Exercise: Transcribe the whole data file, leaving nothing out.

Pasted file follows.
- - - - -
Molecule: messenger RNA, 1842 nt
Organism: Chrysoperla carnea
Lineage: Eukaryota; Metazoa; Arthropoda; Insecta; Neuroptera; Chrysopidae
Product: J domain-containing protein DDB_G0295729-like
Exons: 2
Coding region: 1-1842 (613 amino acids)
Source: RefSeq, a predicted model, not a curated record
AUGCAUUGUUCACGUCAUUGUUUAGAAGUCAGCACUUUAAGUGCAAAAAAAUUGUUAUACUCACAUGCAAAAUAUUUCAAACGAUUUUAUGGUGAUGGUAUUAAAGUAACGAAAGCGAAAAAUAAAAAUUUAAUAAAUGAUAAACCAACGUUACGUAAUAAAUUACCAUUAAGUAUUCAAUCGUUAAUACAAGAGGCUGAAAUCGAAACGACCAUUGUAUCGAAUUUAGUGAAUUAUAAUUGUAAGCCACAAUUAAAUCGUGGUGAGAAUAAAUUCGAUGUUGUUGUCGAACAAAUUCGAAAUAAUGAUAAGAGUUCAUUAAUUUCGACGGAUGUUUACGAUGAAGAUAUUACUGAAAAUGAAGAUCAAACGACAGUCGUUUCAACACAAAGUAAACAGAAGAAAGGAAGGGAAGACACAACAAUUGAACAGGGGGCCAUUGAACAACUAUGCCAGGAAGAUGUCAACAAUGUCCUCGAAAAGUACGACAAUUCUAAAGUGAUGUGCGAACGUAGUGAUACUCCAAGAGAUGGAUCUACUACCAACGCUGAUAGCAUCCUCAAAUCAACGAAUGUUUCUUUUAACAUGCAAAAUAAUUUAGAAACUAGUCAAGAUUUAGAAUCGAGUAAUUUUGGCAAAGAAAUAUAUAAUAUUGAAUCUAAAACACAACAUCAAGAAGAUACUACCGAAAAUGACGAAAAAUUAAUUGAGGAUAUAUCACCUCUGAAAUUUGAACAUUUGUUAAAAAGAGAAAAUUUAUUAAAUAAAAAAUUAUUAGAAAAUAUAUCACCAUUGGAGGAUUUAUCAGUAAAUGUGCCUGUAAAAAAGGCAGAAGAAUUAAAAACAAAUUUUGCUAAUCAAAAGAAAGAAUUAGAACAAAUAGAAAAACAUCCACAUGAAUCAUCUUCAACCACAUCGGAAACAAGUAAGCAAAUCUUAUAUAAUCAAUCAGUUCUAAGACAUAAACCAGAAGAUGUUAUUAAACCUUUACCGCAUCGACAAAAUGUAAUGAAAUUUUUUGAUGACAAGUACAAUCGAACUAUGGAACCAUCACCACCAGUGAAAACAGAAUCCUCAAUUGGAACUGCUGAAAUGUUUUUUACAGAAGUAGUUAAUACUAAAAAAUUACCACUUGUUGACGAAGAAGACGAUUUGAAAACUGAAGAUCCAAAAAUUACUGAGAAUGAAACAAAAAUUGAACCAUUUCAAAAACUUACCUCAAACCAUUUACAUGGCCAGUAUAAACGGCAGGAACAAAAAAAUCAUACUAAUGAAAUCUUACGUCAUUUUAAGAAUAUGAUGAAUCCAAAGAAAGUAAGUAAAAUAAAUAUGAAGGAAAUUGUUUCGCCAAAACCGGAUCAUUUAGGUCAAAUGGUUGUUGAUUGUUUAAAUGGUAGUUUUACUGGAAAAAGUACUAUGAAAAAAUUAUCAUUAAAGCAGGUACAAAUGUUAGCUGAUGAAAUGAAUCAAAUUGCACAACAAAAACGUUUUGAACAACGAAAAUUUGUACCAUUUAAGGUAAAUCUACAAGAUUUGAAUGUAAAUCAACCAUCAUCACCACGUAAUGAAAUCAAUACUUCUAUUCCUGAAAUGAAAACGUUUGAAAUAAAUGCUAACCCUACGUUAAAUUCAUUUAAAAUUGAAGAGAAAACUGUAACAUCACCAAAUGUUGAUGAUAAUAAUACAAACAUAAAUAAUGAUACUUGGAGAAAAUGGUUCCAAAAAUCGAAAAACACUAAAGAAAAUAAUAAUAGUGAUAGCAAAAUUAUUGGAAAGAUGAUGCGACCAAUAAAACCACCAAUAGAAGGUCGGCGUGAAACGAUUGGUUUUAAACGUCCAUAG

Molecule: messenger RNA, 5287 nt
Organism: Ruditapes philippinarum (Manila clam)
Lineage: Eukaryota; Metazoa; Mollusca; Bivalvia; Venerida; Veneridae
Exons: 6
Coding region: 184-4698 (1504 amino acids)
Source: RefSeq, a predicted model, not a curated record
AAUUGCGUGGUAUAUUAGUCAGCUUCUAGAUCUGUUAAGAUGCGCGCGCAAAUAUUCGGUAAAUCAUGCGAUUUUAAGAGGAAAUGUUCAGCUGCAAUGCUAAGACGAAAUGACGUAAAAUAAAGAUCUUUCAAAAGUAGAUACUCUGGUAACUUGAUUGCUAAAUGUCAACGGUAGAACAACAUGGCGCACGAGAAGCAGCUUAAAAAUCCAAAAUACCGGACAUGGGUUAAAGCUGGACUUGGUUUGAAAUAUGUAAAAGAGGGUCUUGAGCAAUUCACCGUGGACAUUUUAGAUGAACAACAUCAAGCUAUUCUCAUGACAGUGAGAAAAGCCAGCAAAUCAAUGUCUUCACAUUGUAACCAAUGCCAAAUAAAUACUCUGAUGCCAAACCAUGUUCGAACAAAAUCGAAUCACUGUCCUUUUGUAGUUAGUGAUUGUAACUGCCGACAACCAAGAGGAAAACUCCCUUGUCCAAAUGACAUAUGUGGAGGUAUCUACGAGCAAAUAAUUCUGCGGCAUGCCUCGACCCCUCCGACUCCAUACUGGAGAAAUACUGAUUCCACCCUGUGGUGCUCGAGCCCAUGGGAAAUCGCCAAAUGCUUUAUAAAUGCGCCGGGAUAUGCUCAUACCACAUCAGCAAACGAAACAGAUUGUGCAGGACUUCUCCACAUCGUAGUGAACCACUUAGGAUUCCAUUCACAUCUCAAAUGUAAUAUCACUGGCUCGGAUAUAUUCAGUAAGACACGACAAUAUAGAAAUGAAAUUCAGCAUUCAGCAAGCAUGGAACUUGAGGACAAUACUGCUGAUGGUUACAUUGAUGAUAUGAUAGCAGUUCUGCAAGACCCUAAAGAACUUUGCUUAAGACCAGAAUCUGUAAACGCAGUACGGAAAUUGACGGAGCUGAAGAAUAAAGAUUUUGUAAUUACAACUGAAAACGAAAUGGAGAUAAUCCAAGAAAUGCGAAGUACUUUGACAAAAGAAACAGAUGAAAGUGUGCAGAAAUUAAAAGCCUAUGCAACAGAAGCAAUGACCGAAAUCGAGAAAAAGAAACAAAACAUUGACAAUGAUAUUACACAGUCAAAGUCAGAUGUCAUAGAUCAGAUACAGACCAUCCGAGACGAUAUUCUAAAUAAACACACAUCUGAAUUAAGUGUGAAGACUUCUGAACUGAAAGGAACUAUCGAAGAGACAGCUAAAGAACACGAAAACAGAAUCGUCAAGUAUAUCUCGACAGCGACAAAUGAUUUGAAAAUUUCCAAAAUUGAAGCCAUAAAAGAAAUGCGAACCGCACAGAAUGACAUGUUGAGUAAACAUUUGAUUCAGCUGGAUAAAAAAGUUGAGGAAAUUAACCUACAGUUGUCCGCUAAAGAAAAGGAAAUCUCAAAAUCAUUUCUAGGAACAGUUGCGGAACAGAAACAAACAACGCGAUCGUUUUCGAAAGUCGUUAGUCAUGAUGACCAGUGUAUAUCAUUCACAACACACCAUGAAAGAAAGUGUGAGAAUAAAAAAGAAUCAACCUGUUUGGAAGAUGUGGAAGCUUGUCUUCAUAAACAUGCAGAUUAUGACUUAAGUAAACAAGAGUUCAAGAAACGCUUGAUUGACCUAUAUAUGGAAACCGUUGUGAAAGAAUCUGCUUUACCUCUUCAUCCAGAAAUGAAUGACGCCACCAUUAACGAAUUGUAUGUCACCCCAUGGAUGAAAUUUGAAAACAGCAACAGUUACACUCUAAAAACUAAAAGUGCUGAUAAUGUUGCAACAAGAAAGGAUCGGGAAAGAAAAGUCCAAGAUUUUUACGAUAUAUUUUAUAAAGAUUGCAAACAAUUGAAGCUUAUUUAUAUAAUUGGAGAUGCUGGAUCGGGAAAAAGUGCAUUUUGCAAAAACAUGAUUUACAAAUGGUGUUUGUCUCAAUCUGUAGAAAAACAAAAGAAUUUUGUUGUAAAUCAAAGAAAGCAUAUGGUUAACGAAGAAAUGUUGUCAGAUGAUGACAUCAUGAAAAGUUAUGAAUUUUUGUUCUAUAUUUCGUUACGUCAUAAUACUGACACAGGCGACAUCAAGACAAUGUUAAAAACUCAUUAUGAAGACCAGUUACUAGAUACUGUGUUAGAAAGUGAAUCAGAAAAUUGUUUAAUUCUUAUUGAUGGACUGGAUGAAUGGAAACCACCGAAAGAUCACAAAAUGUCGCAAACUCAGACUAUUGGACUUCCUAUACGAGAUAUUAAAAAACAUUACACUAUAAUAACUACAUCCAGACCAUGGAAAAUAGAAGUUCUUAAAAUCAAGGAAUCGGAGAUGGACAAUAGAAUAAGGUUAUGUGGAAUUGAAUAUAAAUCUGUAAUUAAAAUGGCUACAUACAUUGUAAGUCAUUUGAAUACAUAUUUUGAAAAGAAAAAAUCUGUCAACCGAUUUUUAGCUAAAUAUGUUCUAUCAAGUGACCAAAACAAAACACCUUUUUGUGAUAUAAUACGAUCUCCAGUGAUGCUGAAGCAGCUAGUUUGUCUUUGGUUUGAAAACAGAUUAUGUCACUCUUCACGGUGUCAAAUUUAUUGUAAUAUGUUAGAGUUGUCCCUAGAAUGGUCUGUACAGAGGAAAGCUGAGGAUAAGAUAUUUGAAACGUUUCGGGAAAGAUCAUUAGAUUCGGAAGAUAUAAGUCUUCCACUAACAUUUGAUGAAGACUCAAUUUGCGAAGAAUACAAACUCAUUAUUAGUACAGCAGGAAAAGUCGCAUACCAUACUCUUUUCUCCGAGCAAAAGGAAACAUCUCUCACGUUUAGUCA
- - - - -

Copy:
Molecule: messenger RNA, 1842 nt
Organism: Chrysoperla carnea
Lineage: Eukaryota; Metazoa; Arthropoda; Insecta; Neuroptera; Chrysopidae
Product: J domain-containing protein DDB_G0295729-like
Exons: 2
Coding region: 1-1842 (613 amino acids)
Source: RefSeq, a predicted model, not a curated record
AUGCAUUGUUCACGUCAUUGUUUAGAAGUCAGCACUUUAAGUGCAAAAAAAUUGUUAUACUCACAUGCAAAAUAUUUCAAACGAUUUUAUGGUGAUGGUAUUAAAGUAACGAAAGCGAAAAAUAAAAAUUUAAUAAAUGAUAAACCAACGUUACGUAAUAAAUUACCAUUAAGUAUUCAAUCGUUAAUACAAGAGGCUGAAAUCGAAACGACCAUUGUAUCGAAUUUAGUGAAUUAUAAUUGUAAGCCACAAUUAAAUCGUGGUGAGAAUAAAUUCGAUGUUGUUGUCGAACAAAUUCGAAAUAAUGAUAAGAGUUCAUUAAUUUCGACGGAUGUUUACGAUGAAGAUAUUACUGAAAAUGAAGAUCAAACGACAGUCGUUUCAACACAAAGUAAACAGAAGAAAGGAAGGGAAGACACAACAAUUGAACAGGGGGCCAUUGAACAACUAUGCCAGGAAGAUGUCAACAAUGUCCUCGAAAAGUACGACAAUUCUAAAGUGAUGUGCGAACGUAGUGAUACUCCAAGAGAUGGAUCUACUACCAACGCUGAUAGCAUCCUCAAAUCAACGAAUGUUUCUUUUAACAUGCAAAAUAAUUUAGAAACUAGUCAAGAUUUAGAAUCGAGUAAUUUUGGCAAAGAAAUAUAUAAUAUUGAAUCUAAAACACAACAUCAAGAAGAUACUACCGAAAAUGACGAAAAAUUAAUUGAGGAUAUAUCACCUCUGAAAUUUGAACAUUUGUUAAAAAGAGAAAAUUUAUUAAAUAAAAAAUUAUUAGAAAAUAUAUCACCAUUGGAGGAUUUAUCAGUAAAUGUGCCUGUAAAAAAGGCAGAAGAAUUAAAAACAAAUUUUGCUAAUCAAAAGAAAGAAUUAGAACAAAUAGAAAAACAUCCACAUGAAUCAUCUUCAACCACAUCGGAAACAAGUAAGCAAAUCUUAUAUAAUCAAUCAGUUCUAAGACAUAAACCAGAAGAUGUUAUUAAACCUUUACCGCAUCGACAAAAUGUAAUGAAAUUUUUUGAUGACAAGUACAAUCGAACUAUGGAACCAUCACCACCAGUGAAAACAGAAUCCUCAAUUGGAACUGCUGAAAUGUUUUUUACAGAAGUAGUUAAUACUAAAAAAUUACCACUUGUUGACGAAGAAGACGAUUUGAAAACUGAAGAUCCAAAAAUUACUGAGAAUGAAACAAAAAUUGAACCAUUUCAAAAACUUACCUCAAACCAUUUACAUGGCCAGUAUAAACGGCAGGAACAAAAAAAUCAUACUAAUGAAAUCUUACGUCAUUUUAAGAAUAUGAUGAAUCCAAAGAAAGUAAGUAAAAUAAAUAUGAAGGAAAUUGUUUCGCCAAAACCGGAUCAUUUAGGUCAAAUGGUUGUUGAUUGUUUAAAUGGUAGUUUUACUGGAAAAAGUACUAUGAAAAAAUUAUCAUUAAAGCAGGUACAAAUGUUAGCUGAUGAAAUGAAUCAAAUUGCACAACAAAAACGUUUUGAACAACGAAAAUUUGUACCAUUUAAGGUAAAUCUACAAGAUUUGAAUGUAAAUCAACCAUCAUCACCACGUAAUGAAAUCAAUACUUCUAUUCCUGAAAUGAAAACGUUUGAAAUAAAUGCUAACCCUACGUUAAAUUCAUUUAAAAUUGAAGAGAAAACUGUAACAUCACCAAAUGUUGAUGAUAAUAAUACAAACAUAAAUAAUGAUACUUGGAGAAAAUGGUUCCAAAAAUCGAAAAACACUAAAGAAAAUAAUAAUAGUGAUAGCAAAAUUAUUGGAAAGAUGAUGCGACCAAUAAAACCACCAAUAGAAGGUCGGCGUGAAACGAUUGGUUUUAAACGUCCAUAG

Molecule: messenger RNA, 5287 nt
Organism: Ruditapes philippinarum (Manila clam)
Lineage: Eukaryota; Metazoa; Mollusca; Bivalvia; Venerida; Veneridae
Exons: 6
Coding region: 184-4698 (1504 amino acids)
Source: RefSeq, a predicted model, not a curated record
AAUUGCGUGGUAUAUUAGUCAGCUUCUAGAUCUGUUAAGAUGCGCGCGCAAAUAUUCGGUAAAUCAUGCGAUUUUAAGAGGAAAUGUUCAGCUGCAAUGCUAAGACGAAAUGACGUAAAAUAAAGAUCUUUCAAAAGUAGAUACUCUGGUAACUUGAUUGCUAAAUGUCAACGGUAGAACAACAUGGCGCACGAGAAGCAGCUUAAAAAUCCAAAAUACCGGACAUGGGUUAAAGCUGGACUUGGUUUGAAAUAUGUAAAAGAGGGUCUUGAGCAAUUCACCGUGGACAUUUUAGAUGAACAACAUCAAGCUAUUCUCAUGACAGUGAGAAAAGCCAGCAAAUCAAUGUCUUCACAUUGUAACCAAUGCCAAAUAAAUACUCUGAUGCCAAACCAUGUUCGAACAAAAUCGAAUCACUGUCCUUUUGUAGUUAGUGAUUGUAACUGCCGACAACCAAGAGGAAAACUCCCUUGUCCAAAUGACAUAUGUGGAGGUAUCUACGAGCAAAUAAUUCUGCGGCAUGCCUCGACCCCUCCGACUCCAUACUGGAGAAAUACUGAUUCCACCCUGUGGUGCUCGAGCCCAUGGGAAAUCGCCAAAUGCUUUAUAAAUGCGCCGGGAUAUGCUCAUACCACAUCAGCAAACGAAACAGAUUGUGCAGGACUUCUCCACAUCGUAGUGAACCACUUAGGAUUCCAUUCACAUCUCAAAUGUAAUAUCACUGGCUCGGAUAUAUUCAGUAAGACACGACAAUAUAGAAAUGAAAUUCAGCAUUCAGCAAGCAUGGAACUUGAGGACAAUACUGCUGAUGGUUACAUUGAUGAUAUGAUAGCAGUUCUGCAAGACCCUAAAGAACUUUGCUUAAGACCAGAAUCUGUAAACGCAGUACGGAAAUUGACGGAGCUGAAGAAUAAAGAUUUUGUAAUUACAACUGAAAACGAAAUGGAGAUAAUCCAAGAAAUGCGAAGUACUUUGACAAAAGAAACAGAUGAAAGUGUGCAGAAAUUAAAAGCCUAUGCAACAGAAGCAAUGACCGAAAUCGAGAAAAAGAAACAAAACAUUGACAAUGAUAUUACACAGUCAAAGUCAGAUGUCAUAGAUCAGAUACAGACCAUCCGAGACGAUAUUCUAAAUAAACACACAUCUGAAUUAAGUGUGAAGACUUCUGAACUGAAAGGAACUAUCGAAGAGACAGCUAAAGAACACGAAAACAGAAUCGUCAAGUAUAUCUCGACAGCGACAAAUGAUUUGAAAAUUUCCAAAAUUGAAGCCAUAAAAGAAAUGCGAACCGCACAGAAUGACAUGUUGAGUAAACAUUUGAUUCAGCUGGAUAAAAAAGUUGAGGAAAUUAACCUACAGUUGUCCGCUAAAGAAAAGGAAAUCUCAAAAUCAUUUCUAGGAACAGUUGCGGAACAGAAACAAACAACGCGAUCGUUUUCGAAAGUCGUUAGUCAUGAUGACCAGUGUAUAUCAUUCACAACACACCAUGAAAGAAAGUGUGAGAAUAAAAAAGAAUCAACCUGUUUGGAAGAUGUGGAAGCUUGUCUUCAUAAACAUGCAGAUUAUGACUUAAGUAAACAAGAGUUCAAGAAACGCUUGAUUGACCUAUAUAUGGAAACCGUUGUGAAAGAAUCUGCUUUACCUCUUCAUCCAGAAAUGAAUGACGCCACCAUUAACGAAUUGUAUGUCACCCCAUGGAUGAAAUUUGAAAACAGCAACAGUUACACUCUAAAAACUAAAAGUGCUGAUAAUGUUGCAACAAGAAAGGAUCGGGAAAGAAAAGUCCAAGAUUUUUACGAUAUAUUUUAUAAAGAUUGCAAACAAUUGAAGCUUAUUUAUAUAAUUGGAGAUGCUGGAUCGGGAAAAAGUGCAUUUUGCAAAAACAUGAUUUACAAAUGGUGUUUGUCUCAAUCUGUAGAAAAACAAAAGAAUUUUGUUGUAAAUCAAAGAAAGCAUAUGGUUAACGAAGAAAUGUUGUCAGAUGAUGACAUCAUGAAAAGUUAUGAAUUUUUGUUCUAUAUUUCGUUACGUCAUAAUACUGACACAGGCGACAUCAAGACAAUGUUAAAAACUCAUUAUGAAGACCAGUUACUAGAUACUGUGUUAGAAAGUGAAUCAGAAAAUUGUUUAAUUCUUAUUGAUGGACUGGAUGAAUGGAAACCACCGAAAGAUCACAAAAUGUCGCAAACUCAGACUAUUGGACUUCCUAUACGAGAUAUUAAAAAACAUUACACUAUAAUAACUACAUCCAGACCAUGGAAAAUAGAAGUUCUUAAAAUCAAGGAAUCGGAGAUGGACAAUAGAAUAAGGUUAUGUGGAAUUGAAUAUAAAUCUGUAAUUAAAAUGGCUACAUACAUUGUAAGUCAUUUGAAUACAUAUUUUGAAAAGAAAAAAUCUGUCAACCGAUUUUUAGCUAAAUAUGUUCUAUCAAGUGACCAAAACAAAACACCUUUUUGUGAUAUAAUACGAUCUCCAGUGAUGCUGAAGCAGCUAGUUUGUCUUUGGUUUGAAAACAGAUUAUGUCACUCUUCACGGUGUCAAAUUUAUUGUAAUAUGUUAGAGUUGUCCCUAGAAUGGUCUGUACAGAGGAAAGCUGAGGAUAAGAUAUUUGAAACGUUUCGGGAAAGAUCAUUAGAUUCGGAAGAUAUAAGUCUUCCACUAACAUUUGAUGAAGACUCAAUUUGCGAAGAAUACAAACUCAUUAUUAGUACAGCAGGAAAAGUCGCAUACCAUACUCUUUUCUCCGAGCAAAAGGAAACAUCUCUCACGUUUAGUCA